Insights on electric vehicle adoption: Does attitude play a mediating role?

  • Received October 25, 2021;
    Accepted February 8, 2022;
    Published February 17, 2022
  • Author(s)
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  • Article Info
    Volume 18 2022, Issue #1, pp. 104-116
  • Cited by
    3 articles

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This work is licensed under a Creative Commons Attribution 4.0 International License

Vehicles are classified as a mobile source of pollution worldwide. This problem is compounded in countries like India, where the population is enormous, and the number of automobiles increases quickly. To overcome this issue, governments and individuals must adopt electric vehicles and maximize the use of eco-friendly vehicles. However, the adoption of electric vehicles in India is gradual. One of the reasons is the attitude towards traditional and electric vehicles. This study’s primary objective is to determine how attitude influences the adoption of electric vehicles. The topic is vital since the attitude provided by numerous studies influences the intention to buy anything. This study considered one dependent variable (electric vehicle adoption) and one mediating variable (attitude) along with five independent variables. The data collection method was straightforward, and the sample size was 366 respondents. Exploratory factor analysis (EFA), structural equation modeling (SEM), and mediation analysis were used to analyze the data. All adopted constructs were trustworthy, with average variance extracted exceeding 0.55, composite reliability exceeding 0.75, and factor loadings exceeding 0.70 for most. The model fit indices were also found to be significant on several parameters. Among all other variables, only financial incentives affect electric vehicle adoption. In other circumstances, opinions did not influence customer uptake of electric vehicles.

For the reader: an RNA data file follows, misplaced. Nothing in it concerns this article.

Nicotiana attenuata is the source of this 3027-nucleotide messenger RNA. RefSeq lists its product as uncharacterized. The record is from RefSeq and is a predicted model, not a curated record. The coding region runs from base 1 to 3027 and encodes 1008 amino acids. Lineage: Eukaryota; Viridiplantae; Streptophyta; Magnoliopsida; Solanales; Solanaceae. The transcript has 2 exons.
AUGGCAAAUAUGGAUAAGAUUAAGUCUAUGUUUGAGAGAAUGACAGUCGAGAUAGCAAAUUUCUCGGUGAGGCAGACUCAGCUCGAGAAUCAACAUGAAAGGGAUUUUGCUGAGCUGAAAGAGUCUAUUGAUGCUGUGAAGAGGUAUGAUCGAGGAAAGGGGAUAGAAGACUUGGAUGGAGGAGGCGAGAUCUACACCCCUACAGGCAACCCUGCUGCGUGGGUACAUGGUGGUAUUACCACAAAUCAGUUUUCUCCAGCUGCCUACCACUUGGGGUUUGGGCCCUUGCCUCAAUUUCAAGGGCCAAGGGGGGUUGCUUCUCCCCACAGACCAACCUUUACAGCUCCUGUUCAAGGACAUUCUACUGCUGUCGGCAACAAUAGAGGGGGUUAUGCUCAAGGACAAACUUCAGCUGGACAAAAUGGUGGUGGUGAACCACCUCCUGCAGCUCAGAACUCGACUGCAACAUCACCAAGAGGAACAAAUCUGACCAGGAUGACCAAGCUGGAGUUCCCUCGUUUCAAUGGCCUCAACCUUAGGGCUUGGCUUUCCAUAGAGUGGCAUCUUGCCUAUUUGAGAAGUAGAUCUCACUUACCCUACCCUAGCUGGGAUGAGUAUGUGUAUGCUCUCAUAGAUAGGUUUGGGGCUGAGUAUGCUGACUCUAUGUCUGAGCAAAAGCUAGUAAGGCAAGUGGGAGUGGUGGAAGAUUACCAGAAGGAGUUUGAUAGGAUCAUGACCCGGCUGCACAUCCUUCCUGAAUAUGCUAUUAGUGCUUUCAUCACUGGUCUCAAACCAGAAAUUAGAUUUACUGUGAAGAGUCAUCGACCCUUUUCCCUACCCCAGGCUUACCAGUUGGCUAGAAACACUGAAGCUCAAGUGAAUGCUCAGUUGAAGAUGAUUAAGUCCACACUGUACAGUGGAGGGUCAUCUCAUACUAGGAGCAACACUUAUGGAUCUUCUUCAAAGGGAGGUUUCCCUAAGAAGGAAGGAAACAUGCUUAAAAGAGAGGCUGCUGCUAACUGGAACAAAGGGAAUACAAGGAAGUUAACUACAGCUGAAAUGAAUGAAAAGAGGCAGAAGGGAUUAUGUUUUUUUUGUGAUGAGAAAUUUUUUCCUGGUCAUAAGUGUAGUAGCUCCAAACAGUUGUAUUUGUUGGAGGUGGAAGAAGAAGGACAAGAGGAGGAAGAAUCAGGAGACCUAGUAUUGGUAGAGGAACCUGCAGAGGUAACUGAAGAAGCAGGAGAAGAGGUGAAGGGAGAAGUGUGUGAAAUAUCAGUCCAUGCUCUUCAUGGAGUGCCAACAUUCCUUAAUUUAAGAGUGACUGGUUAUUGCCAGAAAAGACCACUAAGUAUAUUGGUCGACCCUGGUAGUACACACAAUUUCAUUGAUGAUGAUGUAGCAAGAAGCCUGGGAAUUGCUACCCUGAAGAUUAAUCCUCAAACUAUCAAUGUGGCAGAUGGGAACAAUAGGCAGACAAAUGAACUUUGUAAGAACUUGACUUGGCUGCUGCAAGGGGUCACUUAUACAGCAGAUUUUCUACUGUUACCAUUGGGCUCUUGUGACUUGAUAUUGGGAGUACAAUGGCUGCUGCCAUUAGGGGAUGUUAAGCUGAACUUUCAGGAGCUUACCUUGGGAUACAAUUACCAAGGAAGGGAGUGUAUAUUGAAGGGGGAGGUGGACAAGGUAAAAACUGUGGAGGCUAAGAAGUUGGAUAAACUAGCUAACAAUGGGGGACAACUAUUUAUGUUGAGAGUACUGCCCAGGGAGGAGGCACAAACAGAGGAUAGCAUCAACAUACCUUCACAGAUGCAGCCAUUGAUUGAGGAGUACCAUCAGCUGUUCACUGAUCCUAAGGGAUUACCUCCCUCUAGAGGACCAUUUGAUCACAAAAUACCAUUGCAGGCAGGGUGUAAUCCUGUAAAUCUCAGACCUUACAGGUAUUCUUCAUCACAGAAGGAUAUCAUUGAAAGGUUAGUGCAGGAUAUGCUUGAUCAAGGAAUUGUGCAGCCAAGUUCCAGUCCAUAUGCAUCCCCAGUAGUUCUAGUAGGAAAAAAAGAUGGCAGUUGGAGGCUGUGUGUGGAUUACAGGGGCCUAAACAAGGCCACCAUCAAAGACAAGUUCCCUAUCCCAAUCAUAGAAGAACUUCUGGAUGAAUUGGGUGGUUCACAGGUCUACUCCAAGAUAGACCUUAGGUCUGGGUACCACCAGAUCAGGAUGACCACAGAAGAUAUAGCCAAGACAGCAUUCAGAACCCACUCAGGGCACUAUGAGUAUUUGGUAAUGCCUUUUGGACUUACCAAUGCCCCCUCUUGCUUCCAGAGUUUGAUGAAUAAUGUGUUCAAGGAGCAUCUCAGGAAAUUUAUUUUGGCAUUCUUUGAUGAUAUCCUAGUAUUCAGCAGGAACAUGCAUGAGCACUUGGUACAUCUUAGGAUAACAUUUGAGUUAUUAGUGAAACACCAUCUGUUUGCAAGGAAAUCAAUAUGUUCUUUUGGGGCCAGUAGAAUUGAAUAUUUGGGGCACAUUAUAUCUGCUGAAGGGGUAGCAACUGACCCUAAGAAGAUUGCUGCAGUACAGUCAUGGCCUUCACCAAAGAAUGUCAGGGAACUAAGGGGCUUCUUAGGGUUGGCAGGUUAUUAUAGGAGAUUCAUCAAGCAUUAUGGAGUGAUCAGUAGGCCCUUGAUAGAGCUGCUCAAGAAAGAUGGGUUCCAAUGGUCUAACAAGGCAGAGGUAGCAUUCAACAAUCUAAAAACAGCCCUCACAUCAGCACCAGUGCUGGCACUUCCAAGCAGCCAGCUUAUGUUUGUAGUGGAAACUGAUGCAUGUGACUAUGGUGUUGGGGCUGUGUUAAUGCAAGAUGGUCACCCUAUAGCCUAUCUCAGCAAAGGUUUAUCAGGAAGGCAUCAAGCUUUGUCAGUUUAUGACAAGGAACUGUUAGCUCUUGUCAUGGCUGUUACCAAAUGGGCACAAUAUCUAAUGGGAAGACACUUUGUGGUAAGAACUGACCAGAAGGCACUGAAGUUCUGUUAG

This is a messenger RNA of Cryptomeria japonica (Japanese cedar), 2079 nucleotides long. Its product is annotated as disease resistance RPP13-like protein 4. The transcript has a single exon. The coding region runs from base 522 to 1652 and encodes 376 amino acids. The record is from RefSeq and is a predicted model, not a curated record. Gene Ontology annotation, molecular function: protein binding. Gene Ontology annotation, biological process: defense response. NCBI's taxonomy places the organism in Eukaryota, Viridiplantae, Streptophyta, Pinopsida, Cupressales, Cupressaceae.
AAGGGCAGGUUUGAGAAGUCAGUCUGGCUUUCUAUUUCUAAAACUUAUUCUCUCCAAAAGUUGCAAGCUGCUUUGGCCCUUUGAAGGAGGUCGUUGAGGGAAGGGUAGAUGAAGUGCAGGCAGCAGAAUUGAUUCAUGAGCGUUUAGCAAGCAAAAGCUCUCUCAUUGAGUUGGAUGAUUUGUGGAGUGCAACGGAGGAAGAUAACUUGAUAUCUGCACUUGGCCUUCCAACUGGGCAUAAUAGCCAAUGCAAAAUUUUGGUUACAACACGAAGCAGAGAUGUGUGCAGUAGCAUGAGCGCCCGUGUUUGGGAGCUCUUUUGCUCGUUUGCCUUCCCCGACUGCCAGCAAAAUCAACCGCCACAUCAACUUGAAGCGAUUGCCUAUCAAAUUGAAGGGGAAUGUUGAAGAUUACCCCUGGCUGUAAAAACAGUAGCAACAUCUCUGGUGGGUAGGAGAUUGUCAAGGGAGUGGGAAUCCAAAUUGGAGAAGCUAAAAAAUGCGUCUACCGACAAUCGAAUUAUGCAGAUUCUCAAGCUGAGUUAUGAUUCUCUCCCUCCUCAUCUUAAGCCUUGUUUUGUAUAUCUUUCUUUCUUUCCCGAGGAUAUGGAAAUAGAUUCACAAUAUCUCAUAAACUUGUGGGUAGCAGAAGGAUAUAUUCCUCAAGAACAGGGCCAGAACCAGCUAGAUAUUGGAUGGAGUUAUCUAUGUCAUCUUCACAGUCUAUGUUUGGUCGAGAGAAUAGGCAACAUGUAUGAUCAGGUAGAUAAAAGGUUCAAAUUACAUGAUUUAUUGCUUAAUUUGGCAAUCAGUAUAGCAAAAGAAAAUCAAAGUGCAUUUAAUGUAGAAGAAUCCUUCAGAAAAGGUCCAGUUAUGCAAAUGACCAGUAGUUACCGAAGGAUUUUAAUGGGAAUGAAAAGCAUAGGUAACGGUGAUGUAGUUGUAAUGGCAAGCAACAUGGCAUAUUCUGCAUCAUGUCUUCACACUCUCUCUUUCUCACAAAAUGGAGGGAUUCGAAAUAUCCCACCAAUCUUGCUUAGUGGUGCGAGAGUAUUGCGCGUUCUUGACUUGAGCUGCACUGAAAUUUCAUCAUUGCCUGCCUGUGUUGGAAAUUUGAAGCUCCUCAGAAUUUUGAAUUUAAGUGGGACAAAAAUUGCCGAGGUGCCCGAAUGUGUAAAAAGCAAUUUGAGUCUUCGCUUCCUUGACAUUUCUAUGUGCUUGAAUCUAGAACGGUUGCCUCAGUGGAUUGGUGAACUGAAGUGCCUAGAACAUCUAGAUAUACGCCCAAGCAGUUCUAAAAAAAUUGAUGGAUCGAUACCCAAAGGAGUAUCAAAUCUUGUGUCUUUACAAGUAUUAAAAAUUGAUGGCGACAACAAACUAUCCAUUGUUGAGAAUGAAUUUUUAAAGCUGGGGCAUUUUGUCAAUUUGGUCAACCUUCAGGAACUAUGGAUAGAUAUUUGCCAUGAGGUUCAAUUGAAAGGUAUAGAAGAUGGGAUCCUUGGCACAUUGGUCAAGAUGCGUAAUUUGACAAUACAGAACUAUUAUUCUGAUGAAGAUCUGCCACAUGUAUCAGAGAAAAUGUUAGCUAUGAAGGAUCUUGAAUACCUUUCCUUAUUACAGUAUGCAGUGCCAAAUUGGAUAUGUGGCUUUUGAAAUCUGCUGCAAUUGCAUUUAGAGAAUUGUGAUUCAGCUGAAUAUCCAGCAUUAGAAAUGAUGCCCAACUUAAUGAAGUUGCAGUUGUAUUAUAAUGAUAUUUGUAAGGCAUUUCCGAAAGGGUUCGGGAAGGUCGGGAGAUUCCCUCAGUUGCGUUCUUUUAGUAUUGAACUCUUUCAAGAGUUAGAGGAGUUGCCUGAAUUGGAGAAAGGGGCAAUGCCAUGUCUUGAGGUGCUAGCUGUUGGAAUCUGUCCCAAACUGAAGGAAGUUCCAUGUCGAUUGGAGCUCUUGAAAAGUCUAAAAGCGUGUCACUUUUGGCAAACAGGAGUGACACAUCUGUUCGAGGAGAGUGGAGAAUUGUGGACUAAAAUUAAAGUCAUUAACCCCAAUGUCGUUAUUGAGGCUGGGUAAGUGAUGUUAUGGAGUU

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    • Figure 1. Proposed research model
    • Figure 2. Model fit
    • Figure 3. Structural model
    • Table 1. Demographic profile
    • Table 2. KMO and Bartlett’s test
    • Table 3. Reliability and validity
    • Table 4. Discriminant validity (Fornell-Larcker criterion)
    • Table 5. CFA results indicators
    • Table 6. Regression path coefficients results
    • Table 7. Mediation analysis
    • Data curation
      Imran Ali
    • Formal Analysis
      Imran Ali
    • Investigation
      Imran Ali
    • Methodology
      Imran Ali
    • Software
      Imran Ali
    • Writing – original draft
      Imran Ali
    • Conceptualization
      Mohammad Naushad
    • Funding acquisition
      Mohammad Naushad
    • Project administration
      Mohammad Naushad
    • Resources
      Mohammad Naushad
    • Supervision
      Mohammad Naushad
    • Validation
      Mohammad Naushad
    • Visualization
      Mohammad Naushad
    • Writing – review & editing
      Mohammad Naushad